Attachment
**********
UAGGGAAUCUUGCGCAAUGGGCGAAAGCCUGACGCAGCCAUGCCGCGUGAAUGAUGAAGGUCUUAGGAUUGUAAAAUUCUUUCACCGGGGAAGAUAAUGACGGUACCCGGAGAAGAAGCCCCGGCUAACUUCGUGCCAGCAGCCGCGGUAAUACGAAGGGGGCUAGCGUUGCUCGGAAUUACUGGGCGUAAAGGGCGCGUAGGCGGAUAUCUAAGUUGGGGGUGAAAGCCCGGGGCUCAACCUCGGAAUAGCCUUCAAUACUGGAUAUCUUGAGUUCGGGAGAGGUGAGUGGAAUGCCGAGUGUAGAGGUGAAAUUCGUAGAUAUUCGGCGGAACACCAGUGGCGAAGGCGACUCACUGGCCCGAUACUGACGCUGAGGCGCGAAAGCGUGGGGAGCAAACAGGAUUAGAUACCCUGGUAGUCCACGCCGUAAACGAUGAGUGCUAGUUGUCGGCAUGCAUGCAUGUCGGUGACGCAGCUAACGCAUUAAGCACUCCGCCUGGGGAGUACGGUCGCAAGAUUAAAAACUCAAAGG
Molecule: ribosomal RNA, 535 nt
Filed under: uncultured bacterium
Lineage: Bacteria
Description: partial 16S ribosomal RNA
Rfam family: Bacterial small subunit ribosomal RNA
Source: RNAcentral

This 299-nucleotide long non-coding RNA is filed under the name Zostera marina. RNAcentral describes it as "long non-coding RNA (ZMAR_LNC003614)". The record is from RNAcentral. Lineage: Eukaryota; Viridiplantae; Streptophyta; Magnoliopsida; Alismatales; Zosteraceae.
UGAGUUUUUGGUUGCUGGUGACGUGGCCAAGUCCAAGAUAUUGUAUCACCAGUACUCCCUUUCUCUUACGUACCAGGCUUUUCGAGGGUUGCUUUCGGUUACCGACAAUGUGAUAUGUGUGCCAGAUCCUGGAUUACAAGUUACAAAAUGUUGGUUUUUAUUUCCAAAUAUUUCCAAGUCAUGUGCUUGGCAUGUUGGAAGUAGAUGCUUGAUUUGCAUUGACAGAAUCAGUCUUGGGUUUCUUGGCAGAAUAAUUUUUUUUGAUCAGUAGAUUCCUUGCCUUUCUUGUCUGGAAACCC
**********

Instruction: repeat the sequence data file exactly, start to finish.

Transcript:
UAGGGAAUCUUGCGCAAUGGGCGAAAGCCUGACGCAGCCAUGCCGCGUGAAUGAUGAAGGUCUUAGGAUUGUAAAAUUCUUUCACCGGGGAAGAUAAUGACGGUACCCGGAGAAGAAGCCCCGGCUAACUUCGUGCCAGCAGCCGCGGUAAUACGAAGGGGGCUAGCGUUGCUCGGAAUUACUGGGCGUAAAGGGCGCGUAGGCGGAUAUCUAAGUUGGGGGUGAAAGCCCGGGGCUCAACCUCGGAAUAGCCUUCAAUACUGGAUAUCUUGAGUUCGGGAGAGGUGAGUGGAAUGCCGAGUGUAGAGGUGAAAUUCGUAGAUAUUCGGCGGAACACCAGUGGCGAAGGCGACUCACUGGCCCGAUACUGACGCUGAGGCGCGAAAGCGUGGGGAGCAAACAGGAUUAGAUACCCUGGUAGUCCACGCCGUAAACGAUGAGUGCUAGUUGUCGGCAUGCAUGCAUGUCGGUGACGCAGCUAACGCAUUAAGCACUCCGCCUGGGGAGUACGGUCGCAAGAUUAAAAACUCAAAGG
Molecule: ribosomal RNA, 535 nt
Filed under: uncultured bacterium
Lineage: Bacteria
Description: partial 16S ribosomal RNA
Rfam family: Bacterial small subunit ribosomal RNA
Source: RNAcentral

This 299-nucleotide long non-coding RNA is filed under the name Zostera marina. RNAcentral describes it as "long non-coding RNA (ZMAR_LNC003614)". The record is from RNAcentral. Lineage: Eukaryota; Viridiplantae; Streptophyta; Magnoliopsida; Alismatales; Zosteraceae.
UGAGUUUUUGGUUGCUGGUGACGUGGCCAAGUCCAAGAUAUUGUAUCACCAGUACUCCCUUUCUCUUACGUACCAGGCUUUUCGAGGGUUGCUUUCGGUUACCGACAAUGUGAUAUGUGUGCCAGAUCCUGGAUUACAAGUUACAAAAUGUUGGUUUUUAUUUCCAAAUAUUUCCAAGUCAUGUGCUUGGCAUGUUGGAAGUAGAUGCUUGAUUUGCAUUGACAGAAUCAGUCUUGGGUUUCUUGGCAGAAUAAUUUUUUUUGAUCAGUAGAUUCCUUGCCUUUCUUGUCUGGAAACCC